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Celebrating the Zook family legacy with El Mesias
Bishop Dorff (second from right) joins the Rev. Zook’s grandchildren, (l-r) Margaret Zook Wauson, Sam Zook, Don Zook, Bob Zook, and Lois Zook Wauson. (Inset) Rev. Samuel Zook
It was a beautiful sunny day in Floresville. On June 7, El Mesias Methodist Church celebrated their 100-year anniversary in the Floresville Event Center. My family and I were excited to be there. My grandfather, Rev. Samuel Zook, was the founder of the church. He and my grandmother were missionaries who came from the Rio Grande Valley, originally from Topeka, Kansas.
There were 16 of our Zook family there. The congregation had planned for a year for this important day. We walked into the room an hour before the service and there was already a crowd of people gathered around the exhibits, which included hundreds of pictures on posters, which were from decades ago, showing the historical events and the people of El Mesias. Elizabeth Lopez, the historian of the church and longtime member, and Lillie Ortiz, also a longtime member, were the ones who worked mostly on this project throughout this last year. They are two dedicated and hard-working women.
The first collections of pictures were from the original time, and there were portraits of my grandpa and grandma. And also a picture was of the house on the land that my grandpa bought, which was on the corner of Trail and Second streets. It made me connected to this church and the people. When El Mesias Methodist Church was born, when the church was at the corner of B and Second Street, they moved later to the property on Trail and Second, which I think my grandfather sold to them, and they moved out to the farm in the Camp Ranch community.
I was so proud to be sitting there with all my family and to think my grandfather started it all. I felt so much love from the people in El Mesias Church.
Around 200 people were in the service, which was led by Rev. Briones and lay leader Daniel Tejada. Elizabeth Lopez read the history of the church, which was more than 100 years, including the years before 1914, when my grandfather came to Floresville in 1905, and in 1908 started going among the people in the Lodi community and across the river to the Picosa community and preaching to the people under a big oak tree. Bishop Dorff was the speaker, and he encouraged us to go out like Grandpa Zook did, and tell the people about Jesus.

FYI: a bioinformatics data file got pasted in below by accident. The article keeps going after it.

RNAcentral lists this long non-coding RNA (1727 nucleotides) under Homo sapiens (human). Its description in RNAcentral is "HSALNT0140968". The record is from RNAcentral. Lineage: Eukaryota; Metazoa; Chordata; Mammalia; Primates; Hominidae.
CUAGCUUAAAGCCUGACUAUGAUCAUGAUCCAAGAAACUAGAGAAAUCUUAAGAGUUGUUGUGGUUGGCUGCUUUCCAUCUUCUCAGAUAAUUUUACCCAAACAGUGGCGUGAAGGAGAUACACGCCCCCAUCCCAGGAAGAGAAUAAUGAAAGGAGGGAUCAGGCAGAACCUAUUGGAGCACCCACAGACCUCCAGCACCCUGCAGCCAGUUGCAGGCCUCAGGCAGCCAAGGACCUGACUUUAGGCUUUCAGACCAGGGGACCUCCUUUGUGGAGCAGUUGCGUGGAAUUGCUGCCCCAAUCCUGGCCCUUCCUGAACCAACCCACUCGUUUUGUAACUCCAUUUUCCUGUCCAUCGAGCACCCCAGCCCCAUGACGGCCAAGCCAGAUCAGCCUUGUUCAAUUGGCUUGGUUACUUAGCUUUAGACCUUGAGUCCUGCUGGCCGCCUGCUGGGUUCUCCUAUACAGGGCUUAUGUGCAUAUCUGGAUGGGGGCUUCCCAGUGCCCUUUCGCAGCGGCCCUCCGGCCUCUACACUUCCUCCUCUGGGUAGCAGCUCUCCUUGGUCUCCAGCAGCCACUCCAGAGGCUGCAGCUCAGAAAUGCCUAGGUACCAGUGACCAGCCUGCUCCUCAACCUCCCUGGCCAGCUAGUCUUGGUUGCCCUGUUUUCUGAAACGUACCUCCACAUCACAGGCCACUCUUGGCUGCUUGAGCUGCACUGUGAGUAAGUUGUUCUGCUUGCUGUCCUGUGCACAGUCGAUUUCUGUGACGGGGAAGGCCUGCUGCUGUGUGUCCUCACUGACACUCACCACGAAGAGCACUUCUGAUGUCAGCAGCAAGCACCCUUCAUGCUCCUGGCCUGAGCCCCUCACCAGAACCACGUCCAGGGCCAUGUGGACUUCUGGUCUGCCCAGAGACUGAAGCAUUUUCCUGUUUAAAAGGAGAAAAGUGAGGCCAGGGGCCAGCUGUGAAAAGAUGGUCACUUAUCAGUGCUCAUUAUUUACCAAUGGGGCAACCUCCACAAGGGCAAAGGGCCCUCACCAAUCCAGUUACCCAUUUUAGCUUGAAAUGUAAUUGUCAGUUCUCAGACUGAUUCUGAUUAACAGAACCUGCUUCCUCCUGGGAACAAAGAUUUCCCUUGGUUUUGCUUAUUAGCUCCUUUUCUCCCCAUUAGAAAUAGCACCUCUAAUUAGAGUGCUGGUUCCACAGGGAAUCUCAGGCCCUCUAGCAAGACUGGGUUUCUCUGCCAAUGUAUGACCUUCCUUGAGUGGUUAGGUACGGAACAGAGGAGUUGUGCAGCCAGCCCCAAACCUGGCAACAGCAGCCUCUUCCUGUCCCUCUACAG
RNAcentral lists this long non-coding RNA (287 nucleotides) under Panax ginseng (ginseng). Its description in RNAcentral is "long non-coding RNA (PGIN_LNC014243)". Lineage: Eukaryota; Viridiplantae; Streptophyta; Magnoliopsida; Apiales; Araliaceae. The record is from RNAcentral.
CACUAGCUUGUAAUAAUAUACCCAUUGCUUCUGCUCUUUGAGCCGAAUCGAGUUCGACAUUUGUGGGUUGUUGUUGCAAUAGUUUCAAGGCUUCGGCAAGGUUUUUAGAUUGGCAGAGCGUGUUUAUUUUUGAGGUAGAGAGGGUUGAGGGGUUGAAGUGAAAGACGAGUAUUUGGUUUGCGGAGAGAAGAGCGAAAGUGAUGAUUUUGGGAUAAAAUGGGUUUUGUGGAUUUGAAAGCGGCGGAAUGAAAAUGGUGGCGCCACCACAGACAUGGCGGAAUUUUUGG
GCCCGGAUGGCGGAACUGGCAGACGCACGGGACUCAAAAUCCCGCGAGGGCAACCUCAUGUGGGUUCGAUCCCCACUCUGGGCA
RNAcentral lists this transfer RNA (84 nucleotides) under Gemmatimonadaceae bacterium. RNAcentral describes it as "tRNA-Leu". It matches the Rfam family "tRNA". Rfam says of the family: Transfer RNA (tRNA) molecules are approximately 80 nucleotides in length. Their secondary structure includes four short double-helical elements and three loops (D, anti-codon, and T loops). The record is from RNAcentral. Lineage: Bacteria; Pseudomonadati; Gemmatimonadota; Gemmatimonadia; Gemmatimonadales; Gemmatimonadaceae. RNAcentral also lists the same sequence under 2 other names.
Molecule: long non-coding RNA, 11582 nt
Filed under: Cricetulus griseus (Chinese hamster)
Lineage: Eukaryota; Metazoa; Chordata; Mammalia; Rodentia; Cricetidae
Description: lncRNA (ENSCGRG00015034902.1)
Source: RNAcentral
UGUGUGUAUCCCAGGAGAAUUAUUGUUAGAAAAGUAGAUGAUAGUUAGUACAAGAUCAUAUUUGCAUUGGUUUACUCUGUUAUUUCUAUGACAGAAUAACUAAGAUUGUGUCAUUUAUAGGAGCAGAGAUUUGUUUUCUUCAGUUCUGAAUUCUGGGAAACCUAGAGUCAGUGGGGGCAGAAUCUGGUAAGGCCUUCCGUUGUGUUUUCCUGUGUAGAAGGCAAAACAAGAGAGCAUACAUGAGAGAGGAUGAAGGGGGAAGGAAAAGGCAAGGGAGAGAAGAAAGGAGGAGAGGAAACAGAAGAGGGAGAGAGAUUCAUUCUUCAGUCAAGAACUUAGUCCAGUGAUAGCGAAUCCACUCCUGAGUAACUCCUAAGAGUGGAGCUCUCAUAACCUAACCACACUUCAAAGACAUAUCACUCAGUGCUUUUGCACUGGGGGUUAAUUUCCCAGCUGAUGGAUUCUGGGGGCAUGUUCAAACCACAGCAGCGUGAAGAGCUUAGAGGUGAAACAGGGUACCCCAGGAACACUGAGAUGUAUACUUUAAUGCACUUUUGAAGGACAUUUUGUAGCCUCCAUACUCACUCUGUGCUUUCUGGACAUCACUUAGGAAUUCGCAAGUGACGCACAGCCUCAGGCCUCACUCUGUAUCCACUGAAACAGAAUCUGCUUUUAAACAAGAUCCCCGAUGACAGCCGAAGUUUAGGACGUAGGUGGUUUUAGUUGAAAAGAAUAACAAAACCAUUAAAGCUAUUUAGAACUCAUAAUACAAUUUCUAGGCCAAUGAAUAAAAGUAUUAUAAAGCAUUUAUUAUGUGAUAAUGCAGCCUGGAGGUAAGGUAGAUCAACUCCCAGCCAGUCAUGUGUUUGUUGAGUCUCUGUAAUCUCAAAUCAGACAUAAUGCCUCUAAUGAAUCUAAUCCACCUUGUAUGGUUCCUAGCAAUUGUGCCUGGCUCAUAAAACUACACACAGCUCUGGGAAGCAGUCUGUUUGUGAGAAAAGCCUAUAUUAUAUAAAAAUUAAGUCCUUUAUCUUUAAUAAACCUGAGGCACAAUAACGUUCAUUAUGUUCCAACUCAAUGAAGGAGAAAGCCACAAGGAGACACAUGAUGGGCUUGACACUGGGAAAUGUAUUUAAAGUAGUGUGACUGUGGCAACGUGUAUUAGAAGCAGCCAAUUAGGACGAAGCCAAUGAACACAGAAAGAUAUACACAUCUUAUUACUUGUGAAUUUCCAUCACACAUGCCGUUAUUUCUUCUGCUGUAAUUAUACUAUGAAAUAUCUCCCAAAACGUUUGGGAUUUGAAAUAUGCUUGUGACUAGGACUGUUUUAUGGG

After the service, about 150 people gathered for dinner and my family of 16 Zooks had to sit at two big round tables, because they only seated 10. So like we do at home, the “old” folks sat at one table and the “young” folks sat at a table in the corner away from us, just like we do at home.
After dinner, Rev. Briones brought Bishop Dorff over to meet the grandchildren of Rev. Samuel Zook. That anniversary was the highlight of my year. Every time I drive by El Mesias Methodist Church, I can imagine I see the old brick two-story home that my grandparents lived in with my daddy and his brothers and sisters. I am glad that Christians are still on that land, carrying the legacy on for another 100 years.
Lois Zook Wauson is the oldest of eight children who grew up on a farm in Wilson County in the mid-20th century. After many years living in other parts of Texas, she now lives and writes in Floresville. Her two books are available from the Wilson County News office. Email her at email@example.com.
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